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Non-equilibrium dynamics of Bose gases in low dimensions – NONEQDYN

Ultracold atoms dynamics as a simulation of the universe origins?

Understanding interacting quantum system dynamics when they undergo a phase transition should provide a new insight of the first steps of the universe after the Big Bang.

Interacting quantum particles dynamics control and investigation

Kibble and Zurek work concerning spontaneous symmetry breaking happening while a quantum system undergoes a second order phase transition predicts the appearance of topological defects that remain in the system after the transition. These defects could explain the actual universe structure. The main objective of the project will be to force ultracold atom systems across a second order phase transition, in this case across the Bose-Einstein condensation threshold. The system dynamics after the process will be investigated by looking at the excitations remaining in the system. A fine measurement of the topological defects density in the gas should allow to validate or not Kibble and Zurek models.

Cooling a sodium dilute gas relies on recent techniques that are well known nowadays. Combining lasers and magnetic fields it is possible to slow down, trap and cool down to temperatures close to the absolute zero sodium dilute gases containing a few hundred thousand particles. One of the particularities of the experimental setup that will be built at the beginning of the project is the use of an atom chip, golden microstructures on top of a semiconductor, to achieve magnetic microtraps with novel geometries, allowing to confront Kibble and Zurek theories to a large diversity of physics situations. Another originality of the setup is to integrate a microwave waveguide on the chip to allow for the first time the investigation of a microwave resonance, a.k.a. Fano-Feshbach resonance, which will permit the control of interatomic interactions. Finally using fluorescence imaging should allow to reach the sensitivity necessary to resolve the topological defects that represents the heart of the project.

After 18 months of work, the project is suffering huge delays due to administrative problems that were encountered during the refurbishing of the lab room. For a little more than a month, we have been able to start the building of the experimental setup. We hope that the design work we have been focused on waiting the end of the building work will pay off and lead us quickly to our first results.

Many perspectives can be expected from the project, as there is still a lot to do in order to investigate in depth interacting quantum system dynamics. The amplitude of the expected perspectives should be estimated more easily after the completion of the building of the experimental setup and obtaining the first results.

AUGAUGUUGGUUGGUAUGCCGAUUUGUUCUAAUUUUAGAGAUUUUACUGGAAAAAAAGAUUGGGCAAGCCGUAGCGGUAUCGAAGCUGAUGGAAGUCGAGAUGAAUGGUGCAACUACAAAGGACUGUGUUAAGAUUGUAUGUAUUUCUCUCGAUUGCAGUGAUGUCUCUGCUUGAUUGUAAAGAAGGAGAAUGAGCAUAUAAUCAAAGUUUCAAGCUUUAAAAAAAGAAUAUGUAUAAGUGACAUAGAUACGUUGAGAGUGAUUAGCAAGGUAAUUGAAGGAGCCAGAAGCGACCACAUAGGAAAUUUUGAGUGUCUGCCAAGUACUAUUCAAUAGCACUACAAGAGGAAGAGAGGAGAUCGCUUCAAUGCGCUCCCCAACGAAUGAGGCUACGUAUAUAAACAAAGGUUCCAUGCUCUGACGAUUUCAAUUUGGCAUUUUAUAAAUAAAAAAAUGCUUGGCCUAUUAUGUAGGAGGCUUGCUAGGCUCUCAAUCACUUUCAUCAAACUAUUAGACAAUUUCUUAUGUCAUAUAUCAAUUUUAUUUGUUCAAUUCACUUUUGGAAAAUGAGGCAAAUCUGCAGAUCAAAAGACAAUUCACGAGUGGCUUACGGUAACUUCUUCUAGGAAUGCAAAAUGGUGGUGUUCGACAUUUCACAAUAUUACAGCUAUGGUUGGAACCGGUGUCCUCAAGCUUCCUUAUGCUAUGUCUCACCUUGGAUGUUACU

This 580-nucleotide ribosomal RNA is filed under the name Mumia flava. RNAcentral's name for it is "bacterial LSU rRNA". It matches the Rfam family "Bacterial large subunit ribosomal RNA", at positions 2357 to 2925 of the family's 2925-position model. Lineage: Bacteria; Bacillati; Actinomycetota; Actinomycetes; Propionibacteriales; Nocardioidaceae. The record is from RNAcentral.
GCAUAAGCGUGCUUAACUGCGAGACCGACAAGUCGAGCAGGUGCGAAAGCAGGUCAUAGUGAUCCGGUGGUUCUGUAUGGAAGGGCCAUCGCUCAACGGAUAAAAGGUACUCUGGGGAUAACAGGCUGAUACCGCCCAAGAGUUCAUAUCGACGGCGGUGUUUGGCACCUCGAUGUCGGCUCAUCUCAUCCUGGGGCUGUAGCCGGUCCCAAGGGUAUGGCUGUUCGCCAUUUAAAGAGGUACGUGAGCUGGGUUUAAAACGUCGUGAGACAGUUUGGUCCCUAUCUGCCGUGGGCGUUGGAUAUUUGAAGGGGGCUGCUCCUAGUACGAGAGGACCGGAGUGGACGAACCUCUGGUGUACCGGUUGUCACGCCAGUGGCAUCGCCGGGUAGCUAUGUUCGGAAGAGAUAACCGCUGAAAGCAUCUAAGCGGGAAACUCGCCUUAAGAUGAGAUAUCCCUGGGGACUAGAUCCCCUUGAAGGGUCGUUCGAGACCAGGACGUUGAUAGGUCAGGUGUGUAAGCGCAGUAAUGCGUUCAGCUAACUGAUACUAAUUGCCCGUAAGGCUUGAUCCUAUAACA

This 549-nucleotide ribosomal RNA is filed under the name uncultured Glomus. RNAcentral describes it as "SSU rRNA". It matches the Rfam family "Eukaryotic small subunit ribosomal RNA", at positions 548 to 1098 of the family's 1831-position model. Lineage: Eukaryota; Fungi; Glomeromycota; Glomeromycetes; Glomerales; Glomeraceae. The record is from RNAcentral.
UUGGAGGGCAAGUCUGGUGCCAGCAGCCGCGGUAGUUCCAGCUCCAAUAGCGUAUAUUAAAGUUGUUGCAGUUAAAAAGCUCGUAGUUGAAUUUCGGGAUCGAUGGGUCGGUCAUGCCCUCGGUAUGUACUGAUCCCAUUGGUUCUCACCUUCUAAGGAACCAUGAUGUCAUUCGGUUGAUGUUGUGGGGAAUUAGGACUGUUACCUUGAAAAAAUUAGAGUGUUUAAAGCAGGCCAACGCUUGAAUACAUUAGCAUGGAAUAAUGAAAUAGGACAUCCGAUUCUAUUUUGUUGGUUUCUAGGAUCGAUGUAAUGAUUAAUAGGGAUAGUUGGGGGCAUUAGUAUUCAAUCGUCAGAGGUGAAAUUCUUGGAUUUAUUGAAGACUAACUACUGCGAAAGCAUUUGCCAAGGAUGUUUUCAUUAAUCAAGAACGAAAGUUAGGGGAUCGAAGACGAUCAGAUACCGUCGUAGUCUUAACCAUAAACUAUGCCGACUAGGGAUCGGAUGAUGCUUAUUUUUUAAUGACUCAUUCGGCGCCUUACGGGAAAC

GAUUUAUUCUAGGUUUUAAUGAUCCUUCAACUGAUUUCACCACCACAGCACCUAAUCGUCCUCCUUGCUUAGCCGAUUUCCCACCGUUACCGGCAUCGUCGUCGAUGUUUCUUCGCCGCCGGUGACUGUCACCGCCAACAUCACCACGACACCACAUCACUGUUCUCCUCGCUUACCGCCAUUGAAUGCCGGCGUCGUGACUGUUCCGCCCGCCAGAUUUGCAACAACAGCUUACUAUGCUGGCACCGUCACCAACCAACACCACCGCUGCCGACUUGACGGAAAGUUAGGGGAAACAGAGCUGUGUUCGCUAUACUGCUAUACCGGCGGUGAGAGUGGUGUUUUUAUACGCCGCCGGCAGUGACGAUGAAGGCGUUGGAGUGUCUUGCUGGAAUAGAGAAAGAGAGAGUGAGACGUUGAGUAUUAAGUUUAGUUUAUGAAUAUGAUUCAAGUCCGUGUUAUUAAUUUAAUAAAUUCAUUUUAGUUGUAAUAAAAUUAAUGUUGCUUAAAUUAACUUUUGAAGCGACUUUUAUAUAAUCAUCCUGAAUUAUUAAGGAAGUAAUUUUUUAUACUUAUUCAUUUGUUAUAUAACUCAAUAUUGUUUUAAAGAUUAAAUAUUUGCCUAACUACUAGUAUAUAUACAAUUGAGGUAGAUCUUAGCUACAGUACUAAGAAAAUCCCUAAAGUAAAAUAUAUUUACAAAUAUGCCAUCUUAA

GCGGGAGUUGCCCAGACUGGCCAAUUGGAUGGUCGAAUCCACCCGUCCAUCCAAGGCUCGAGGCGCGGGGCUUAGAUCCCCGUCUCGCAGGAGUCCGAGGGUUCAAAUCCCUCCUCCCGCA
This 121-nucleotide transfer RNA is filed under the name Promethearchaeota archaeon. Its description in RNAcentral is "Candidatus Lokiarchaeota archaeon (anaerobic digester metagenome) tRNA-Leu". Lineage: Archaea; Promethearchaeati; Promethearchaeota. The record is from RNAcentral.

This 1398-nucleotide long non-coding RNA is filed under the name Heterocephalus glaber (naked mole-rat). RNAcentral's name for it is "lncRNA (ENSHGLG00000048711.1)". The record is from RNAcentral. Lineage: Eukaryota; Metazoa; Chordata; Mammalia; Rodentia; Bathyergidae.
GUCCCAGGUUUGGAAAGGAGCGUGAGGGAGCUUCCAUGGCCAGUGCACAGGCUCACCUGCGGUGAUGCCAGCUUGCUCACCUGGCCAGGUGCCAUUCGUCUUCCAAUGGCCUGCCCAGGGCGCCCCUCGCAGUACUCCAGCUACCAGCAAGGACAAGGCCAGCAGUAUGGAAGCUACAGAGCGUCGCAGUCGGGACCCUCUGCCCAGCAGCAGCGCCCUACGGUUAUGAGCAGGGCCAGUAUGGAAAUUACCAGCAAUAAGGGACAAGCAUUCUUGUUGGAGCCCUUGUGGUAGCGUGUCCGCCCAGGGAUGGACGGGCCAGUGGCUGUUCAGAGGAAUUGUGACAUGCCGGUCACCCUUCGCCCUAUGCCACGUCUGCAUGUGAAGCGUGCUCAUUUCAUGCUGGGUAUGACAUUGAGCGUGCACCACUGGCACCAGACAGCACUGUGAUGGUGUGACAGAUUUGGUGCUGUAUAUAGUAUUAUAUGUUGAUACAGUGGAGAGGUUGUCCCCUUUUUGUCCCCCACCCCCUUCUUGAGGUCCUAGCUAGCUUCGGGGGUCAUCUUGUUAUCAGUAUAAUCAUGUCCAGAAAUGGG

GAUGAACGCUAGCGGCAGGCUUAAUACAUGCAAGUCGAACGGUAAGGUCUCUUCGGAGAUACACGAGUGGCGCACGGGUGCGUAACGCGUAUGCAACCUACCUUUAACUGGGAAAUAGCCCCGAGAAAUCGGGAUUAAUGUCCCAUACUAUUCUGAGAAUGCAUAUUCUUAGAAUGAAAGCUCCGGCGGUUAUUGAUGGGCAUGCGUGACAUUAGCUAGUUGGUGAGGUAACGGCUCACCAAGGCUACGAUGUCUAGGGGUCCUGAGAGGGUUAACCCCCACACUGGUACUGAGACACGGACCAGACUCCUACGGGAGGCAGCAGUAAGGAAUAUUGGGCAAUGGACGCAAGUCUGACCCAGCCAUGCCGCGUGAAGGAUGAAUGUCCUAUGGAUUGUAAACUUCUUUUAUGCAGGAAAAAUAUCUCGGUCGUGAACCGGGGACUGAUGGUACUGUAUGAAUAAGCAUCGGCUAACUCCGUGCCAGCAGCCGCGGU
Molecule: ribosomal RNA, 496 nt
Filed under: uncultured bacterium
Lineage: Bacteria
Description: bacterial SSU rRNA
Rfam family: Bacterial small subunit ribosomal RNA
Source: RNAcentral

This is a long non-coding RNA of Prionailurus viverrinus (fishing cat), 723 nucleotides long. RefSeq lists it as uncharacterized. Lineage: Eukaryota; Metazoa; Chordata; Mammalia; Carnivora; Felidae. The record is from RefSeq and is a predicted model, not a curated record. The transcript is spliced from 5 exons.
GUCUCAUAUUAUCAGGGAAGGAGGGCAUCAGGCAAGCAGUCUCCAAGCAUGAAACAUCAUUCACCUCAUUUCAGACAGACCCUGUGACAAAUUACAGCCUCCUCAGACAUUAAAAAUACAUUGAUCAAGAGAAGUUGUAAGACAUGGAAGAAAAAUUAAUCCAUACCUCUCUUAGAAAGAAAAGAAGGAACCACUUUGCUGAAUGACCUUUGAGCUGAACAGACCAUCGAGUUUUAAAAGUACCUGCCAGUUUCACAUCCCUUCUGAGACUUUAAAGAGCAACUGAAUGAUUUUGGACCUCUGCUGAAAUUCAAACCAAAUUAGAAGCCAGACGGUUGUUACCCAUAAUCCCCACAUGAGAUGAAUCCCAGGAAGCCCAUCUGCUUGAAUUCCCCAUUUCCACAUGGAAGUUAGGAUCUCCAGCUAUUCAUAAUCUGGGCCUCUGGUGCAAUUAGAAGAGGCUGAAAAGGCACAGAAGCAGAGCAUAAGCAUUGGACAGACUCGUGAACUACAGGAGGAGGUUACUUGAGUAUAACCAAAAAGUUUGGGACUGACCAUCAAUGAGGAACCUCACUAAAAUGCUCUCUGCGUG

Up to now only an article concerning correlations of non-interacting Bose gases close to the Bose-Einstein condensation threshold have been written in the framework of a collaboration between Villetaneuse, Vienna and Brisbane. This work is not directly re

This project concerns the investigation of Kibble-Zurek mechanisms, which describe the appearance of topological defects during symmetry breaking phase transitions. Such processes have been originally introduced in the context of cosmology. They can be simulated using cold Bose gases brought close to the Bose-Einstein condensation threshold and submitted to a quench forcing the system through the phase transition. Investigating the subsequent dynamics of the gas is the main goal of this proposal. Within the project, Bose gases will be prepared in low dimensional traps. Working in such regimes is appealing because it generally uncovers novel physical regimes but also facilitates the direct comparison with theoretical models.

The experiments will be performed on a new experimental setup, which will be built at the beginning of the project. It will include an atom chip used to create magnetic microtraps for neutral atoms. The design of the chip will contain a microwave guide allowing the investigation of microwave-induced Fano-Feschbach resonances. These can be used to modify the scattering properties of the atoms. They have been recently predicted and will be used within the project to trigger the dynamics of the studied systems and explore strongly interacting regimes of Bose gases.

Project coordinator

Monsieur Aurélien Perrin (UNIVERSITE DE PARIS XIII) – aurelien.perrin@univ-paris13.fr

The author of this summary is the project coordinator, who is responsible for the content of this summary. The ANR declines any responsibility as for its contents.

Partner

LPL UNIVERSITE DE PARIS XIII

Help of the ANR 450,000 euros
Beginning and duration of the scientific project: December 2011 - 36 Months

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